The comeback effort was typical of the USMNT under Bradley, a coach who favored playing two holding midfielders, sometimes three, and pushing his most creative players, Clint Dempsey, Benny Feilhaber and Sacha Kljestan, out to the wings where they were arguably less effective than in the hole behind the striker or in the midfield where they have more freedom to try and open defenses and create chances.

Klinsmann looks poised to try and change that mentality of fighting back into a mentality of constant attack.He wants his team to attack from the get go and challenge defenses, something Bradley’s teams rarely did until the second half when he made a change to his midfield or forward pairings. Klinsmann is looking to make the team use its ability to fight back and draw from the “American Spirit” when things don’t work out, but he also wants the team to take charge of games early and never let go. He wants the American spirit to work for the entirety of 90 minutes, not anything less.

Klinsmann played with almost unmatched energy for Germany during his playing days. He was relentless in the attack, always pressing defenders. His long blonder hair looked more like a mane than a haircut once he got on the attack. Now, he hopes to bring that same energy to the U.S. team during his time in charge.

It will be a welcomed revival if the next crop of players coming through the USMNT ranks can adapt to world soccer and express themselves the way they do for their clubs, something that has stagnated the likes of Jose Torres, who is still just 23, Sacha Kljestan, Freddy Adu, and at times Jozy Altidore. Klinsmann’s energy should rub-off. His approach, rarely negative and often supportive and positive, should be welcomed after Bob Bradley’s stone-faced approach to the game.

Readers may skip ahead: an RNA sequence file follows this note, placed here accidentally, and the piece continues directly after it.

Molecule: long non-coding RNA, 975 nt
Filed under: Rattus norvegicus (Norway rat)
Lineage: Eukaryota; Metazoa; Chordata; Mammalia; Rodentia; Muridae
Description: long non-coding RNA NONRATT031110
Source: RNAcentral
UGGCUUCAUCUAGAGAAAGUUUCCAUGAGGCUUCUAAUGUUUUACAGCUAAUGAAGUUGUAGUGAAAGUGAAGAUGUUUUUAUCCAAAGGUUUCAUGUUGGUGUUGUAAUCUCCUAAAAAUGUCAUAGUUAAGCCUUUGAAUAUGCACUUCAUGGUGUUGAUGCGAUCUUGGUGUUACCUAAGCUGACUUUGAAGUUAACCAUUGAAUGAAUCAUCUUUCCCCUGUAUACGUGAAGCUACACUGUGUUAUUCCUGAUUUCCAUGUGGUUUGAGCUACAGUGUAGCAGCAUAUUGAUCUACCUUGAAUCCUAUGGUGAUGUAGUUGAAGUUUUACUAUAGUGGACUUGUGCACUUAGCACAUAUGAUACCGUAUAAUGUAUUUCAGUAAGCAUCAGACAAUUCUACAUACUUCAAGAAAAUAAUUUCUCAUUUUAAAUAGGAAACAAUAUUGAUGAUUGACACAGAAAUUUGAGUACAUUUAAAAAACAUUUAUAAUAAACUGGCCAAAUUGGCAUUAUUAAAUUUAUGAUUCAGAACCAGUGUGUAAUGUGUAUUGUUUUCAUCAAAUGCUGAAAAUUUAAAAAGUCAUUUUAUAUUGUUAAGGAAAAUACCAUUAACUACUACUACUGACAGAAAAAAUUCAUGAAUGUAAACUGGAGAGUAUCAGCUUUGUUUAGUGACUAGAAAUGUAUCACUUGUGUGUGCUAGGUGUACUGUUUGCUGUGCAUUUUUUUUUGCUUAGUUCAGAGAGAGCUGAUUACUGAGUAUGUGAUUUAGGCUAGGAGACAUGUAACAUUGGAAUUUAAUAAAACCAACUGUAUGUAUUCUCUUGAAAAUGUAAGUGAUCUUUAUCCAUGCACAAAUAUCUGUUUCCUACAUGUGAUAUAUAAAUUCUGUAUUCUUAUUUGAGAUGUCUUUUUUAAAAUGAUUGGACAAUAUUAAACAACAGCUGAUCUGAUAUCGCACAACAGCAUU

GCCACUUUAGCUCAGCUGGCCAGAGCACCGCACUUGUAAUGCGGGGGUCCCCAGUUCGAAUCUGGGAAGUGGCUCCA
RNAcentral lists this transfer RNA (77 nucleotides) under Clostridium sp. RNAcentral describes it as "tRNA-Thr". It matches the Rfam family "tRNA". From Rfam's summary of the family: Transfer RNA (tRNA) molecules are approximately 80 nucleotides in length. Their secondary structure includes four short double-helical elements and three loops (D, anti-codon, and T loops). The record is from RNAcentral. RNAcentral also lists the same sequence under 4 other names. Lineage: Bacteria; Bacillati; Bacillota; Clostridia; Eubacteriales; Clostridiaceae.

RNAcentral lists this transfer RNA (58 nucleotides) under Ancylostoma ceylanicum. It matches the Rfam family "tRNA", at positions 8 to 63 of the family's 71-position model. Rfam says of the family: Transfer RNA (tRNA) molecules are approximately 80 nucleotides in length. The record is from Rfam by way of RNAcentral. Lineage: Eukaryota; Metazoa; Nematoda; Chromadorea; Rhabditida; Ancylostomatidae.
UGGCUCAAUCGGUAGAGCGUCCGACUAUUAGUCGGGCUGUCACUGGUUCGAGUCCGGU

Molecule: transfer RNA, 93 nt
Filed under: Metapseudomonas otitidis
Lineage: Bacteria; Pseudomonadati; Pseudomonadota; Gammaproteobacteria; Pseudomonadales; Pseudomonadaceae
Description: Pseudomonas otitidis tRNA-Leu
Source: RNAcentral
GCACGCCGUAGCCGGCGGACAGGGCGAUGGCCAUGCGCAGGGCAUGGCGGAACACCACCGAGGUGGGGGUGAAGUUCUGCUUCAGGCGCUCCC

The best teams in the world express themselves and play as a unit with an energy and vigor, and that the style of play trickles down from the manager in charge. Because, let us not forget, this collection of players representing a country don’t get to play with one another the way club players do. They train a week in advance to a game and meet up for friendlies and important games along the way. So, building an understanding with the other players on the team is tougher, and more complex than building from scratch with a club where players train everyday of the week with one another. This isn’t a day-in and day-out job. This is extra.

It’s important to make it an extra practice and injury risk worth taking. An extra game worth the time and effort. If it’s not, than the effort on the field won’t be there, or worse, players won’t show up. If that happens, fans stop moving towards the sport in America with all the other outlets available. Klinsmann’s reign in charge of the U.S. is hyped up, but it could be a big bust if his passion isn’t emulated on the field by his team, or if the results aren’t there, because there is no doubting Bradley did get plenty of positive results, even if they came unconventionally and with plenty of disappointments along the way.

Kevin Koczwara can be reached at Kevin.Koczwara@thesoccerguysonline.com.